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The Trump team may be utilizing billionaire investor Carl Icahn as an unpaid adviser to circumvent ethics rules for government employees, one expert said. (Photo: Bloomberg)

Ethical Alarm Bells Raised Over Trump's "Shadow Cabinet" of Advisers

Ethics experts say reports of son-in-law Jared Kushner officially joining White House team show lack of accountability for officials who do not need congressional approval

Nadia Prupis

President-elect Donald Trump's son-in-law Jared Kushner will be named a senior adviser in the administration, according to reports, an announcement that brought new scrutiny to the potential conflicts of interest among Trump's so-called "shadow" officials—who, unlike his cabinet nominees, do not have to go through a congressional confirmation process.

Kushner and other official and unofficial "advisers" like Trump's daughter Ivanka, billionaire investor Carl Icahn, and former campaign manager Corey Lewandowski make up part of a team that has the president's ear and is expected to be instrumental in shaping future policies—but will take their places without being held to account for any potential ethics violations, as the Washington Post explained Sunday.

"With confirmation hearings set to start for Trump's cabinet, ethics experts are voicing alarm about several other confidants of the president-elect—dubbed the 'shadow cabinet' by one—who might not be subject to such scrutiny and could face a tangle of potential conflicts between their personal interests and those of the public," wrote the Post's John Wagner and Ylan Q. Mui.

The news comes just days after the New York Times reported that while Kushner has been aiding the transition team, he has also been pursuing a real estate deal with a Chinese financial firm with close ties to the state.

His dealings with the Anbang Insurance Group highlight "the ethical thicket he would have to navigate while advising his father-in-law on policy that could affect his bottom line," the Times reported.

Former White House ethics lawyers Norman Eisen and Richard Painter told the Post that some of the advisory positions Trump is considering fall into "very murky territory," and that "it poses an enormous risk to have a shadow cabinet." Eisen and Painter, who also penned an op-ed for the Guardian calling for all of Trump's cabinet hearings to be delayed, now sit on the board of the Citizens for Responsibility and Ethics in Washington watchdog group.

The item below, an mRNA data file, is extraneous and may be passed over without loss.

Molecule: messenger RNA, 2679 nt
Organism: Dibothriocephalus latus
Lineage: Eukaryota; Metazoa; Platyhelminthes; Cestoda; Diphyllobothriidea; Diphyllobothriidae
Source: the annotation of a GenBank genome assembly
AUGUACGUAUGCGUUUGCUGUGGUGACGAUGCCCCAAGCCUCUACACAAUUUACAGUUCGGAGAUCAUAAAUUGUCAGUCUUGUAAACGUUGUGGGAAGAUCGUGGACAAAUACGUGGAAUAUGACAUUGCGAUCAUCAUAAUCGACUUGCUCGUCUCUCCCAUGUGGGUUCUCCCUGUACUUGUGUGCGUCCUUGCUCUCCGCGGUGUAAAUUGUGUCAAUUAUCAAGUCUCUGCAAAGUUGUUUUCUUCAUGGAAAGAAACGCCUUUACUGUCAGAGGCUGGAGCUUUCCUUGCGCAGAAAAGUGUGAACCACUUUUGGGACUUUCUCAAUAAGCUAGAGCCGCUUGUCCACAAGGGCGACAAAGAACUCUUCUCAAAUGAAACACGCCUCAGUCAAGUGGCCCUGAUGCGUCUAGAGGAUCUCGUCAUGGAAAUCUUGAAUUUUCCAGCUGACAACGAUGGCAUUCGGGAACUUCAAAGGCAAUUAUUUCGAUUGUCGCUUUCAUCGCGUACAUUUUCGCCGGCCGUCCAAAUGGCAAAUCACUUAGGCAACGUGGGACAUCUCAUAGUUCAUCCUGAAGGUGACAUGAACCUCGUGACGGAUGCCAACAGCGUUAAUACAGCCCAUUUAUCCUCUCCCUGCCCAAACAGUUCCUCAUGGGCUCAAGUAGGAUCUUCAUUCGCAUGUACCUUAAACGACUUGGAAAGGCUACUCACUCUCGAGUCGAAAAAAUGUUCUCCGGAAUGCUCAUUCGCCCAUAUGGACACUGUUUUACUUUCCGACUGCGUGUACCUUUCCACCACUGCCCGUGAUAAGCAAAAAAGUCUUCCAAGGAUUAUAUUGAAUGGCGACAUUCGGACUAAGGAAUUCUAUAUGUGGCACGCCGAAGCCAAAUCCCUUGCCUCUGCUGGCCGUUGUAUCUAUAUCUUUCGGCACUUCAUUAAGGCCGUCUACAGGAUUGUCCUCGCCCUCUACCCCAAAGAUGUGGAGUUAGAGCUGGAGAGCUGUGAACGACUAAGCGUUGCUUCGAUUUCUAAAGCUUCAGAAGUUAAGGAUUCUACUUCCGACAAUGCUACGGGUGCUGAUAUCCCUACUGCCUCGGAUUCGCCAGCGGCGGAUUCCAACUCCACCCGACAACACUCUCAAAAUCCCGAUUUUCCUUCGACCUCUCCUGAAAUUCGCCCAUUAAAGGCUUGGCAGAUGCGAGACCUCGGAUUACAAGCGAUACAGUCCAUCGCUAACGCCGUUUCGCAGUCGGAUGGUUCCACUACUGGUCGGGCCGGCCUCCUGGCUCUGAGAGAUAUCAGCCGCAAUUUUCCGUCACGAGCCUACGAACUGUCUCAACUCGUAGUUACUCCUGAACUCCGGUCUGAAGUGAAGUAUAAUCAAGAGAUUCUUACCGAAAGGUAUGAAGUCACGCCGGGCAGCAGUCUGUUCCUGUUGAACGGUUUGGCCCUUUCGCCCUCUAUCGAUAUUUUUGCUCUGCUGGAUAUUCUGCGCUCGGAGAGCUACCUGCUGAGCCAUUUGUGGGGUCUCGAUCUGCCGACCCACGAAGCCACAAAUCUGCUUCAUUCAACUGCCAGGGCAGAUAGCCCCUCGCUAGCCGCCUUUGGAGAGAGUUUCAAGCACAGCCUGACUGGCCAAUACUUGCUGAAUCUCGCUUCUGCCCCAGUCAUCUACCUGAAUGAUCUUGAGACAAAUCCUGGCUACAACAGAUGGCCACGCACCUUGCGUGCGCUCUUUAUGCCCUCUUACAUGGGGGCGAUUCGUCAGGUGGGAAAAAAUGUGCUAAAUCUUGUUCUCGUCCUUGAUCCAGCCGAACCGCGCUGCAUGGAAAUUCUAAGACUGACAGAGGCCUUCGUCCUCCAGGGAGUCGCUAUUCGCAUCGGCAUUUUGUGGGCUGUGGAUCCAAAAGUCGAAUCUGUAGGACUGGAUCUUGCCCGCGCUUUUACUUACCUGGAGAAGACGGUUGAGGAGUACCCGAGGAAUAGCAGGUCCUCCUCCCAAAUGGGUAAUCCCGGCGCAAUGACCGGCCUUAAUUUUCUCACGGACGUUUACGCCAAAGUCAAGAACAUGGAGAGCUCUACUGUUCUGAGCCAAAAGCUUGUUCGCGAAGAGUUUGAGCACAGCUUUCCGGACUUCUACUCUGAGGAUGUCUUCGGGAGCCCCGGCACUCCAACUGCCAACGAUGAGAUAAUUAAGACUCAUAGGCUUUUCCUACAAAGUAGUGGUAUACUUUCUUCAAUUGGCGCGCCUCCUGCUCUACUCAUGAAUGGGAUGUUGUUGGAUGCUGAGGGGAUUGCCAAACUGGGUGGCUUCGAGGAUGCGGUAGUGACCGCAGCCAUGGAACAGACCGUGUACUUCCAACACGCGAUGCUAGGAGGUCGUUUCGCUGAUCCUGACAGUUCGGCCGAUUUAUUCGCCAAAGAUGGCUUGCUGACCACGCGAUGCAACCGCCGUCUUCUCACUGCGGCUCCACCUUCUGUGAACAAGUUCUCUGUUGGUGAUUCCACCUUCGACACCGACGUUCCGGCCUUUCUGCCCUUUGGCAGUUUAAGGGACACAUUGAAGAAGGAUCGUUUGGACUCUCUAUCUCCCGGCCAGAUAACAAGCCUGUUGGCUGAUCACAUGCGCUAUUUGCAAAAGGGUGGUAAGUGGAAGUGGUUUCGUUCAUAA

Icahn, for example, will serve in a role created specifically for him—special adviser for regulatory reform—assisting Trump in rolling back rules governing the energy sector. Though his position is unpaid, Icahn has stakes in the industry, and stands to benefit significantly from slashing regulations.

As Painter explained on Democracy Now! on Monday, the Trump team may be utilizing Icahn as an unpaid adviser to circumvent ethics rules for government employees.

"You can't just get around a criminal statute by saying, 'Well, he's not a government employee, because he doesn't want to get paid.' He'd rather go in there and influence government policy with respect to his billions of dollars' worth of assets. That doesn't get around the criminal conflict of interest statute," Painter said.

Meanwhile, daughter Ivanka has hinted that she would be interested in a White House policy advisory role, and has already sat in on meetings and calls with heads of state and other influential figures, despite not holding elected office. And Lewandowski "remains in regular touch with the president-elect and is expected to continue to do so when Trump enters the Oval Office," Wagner and Mui wrote Sunday.

It's a familiar scenario. Many in Trump's administration—including the president-elect himself—face wide-ranging conflicts of interest, and the head of the Office of Government Ethics warned on Saturday that several of his picks to lead federal agencies have not completed the ethics review process.

But his shadow officials are not even required to do so.


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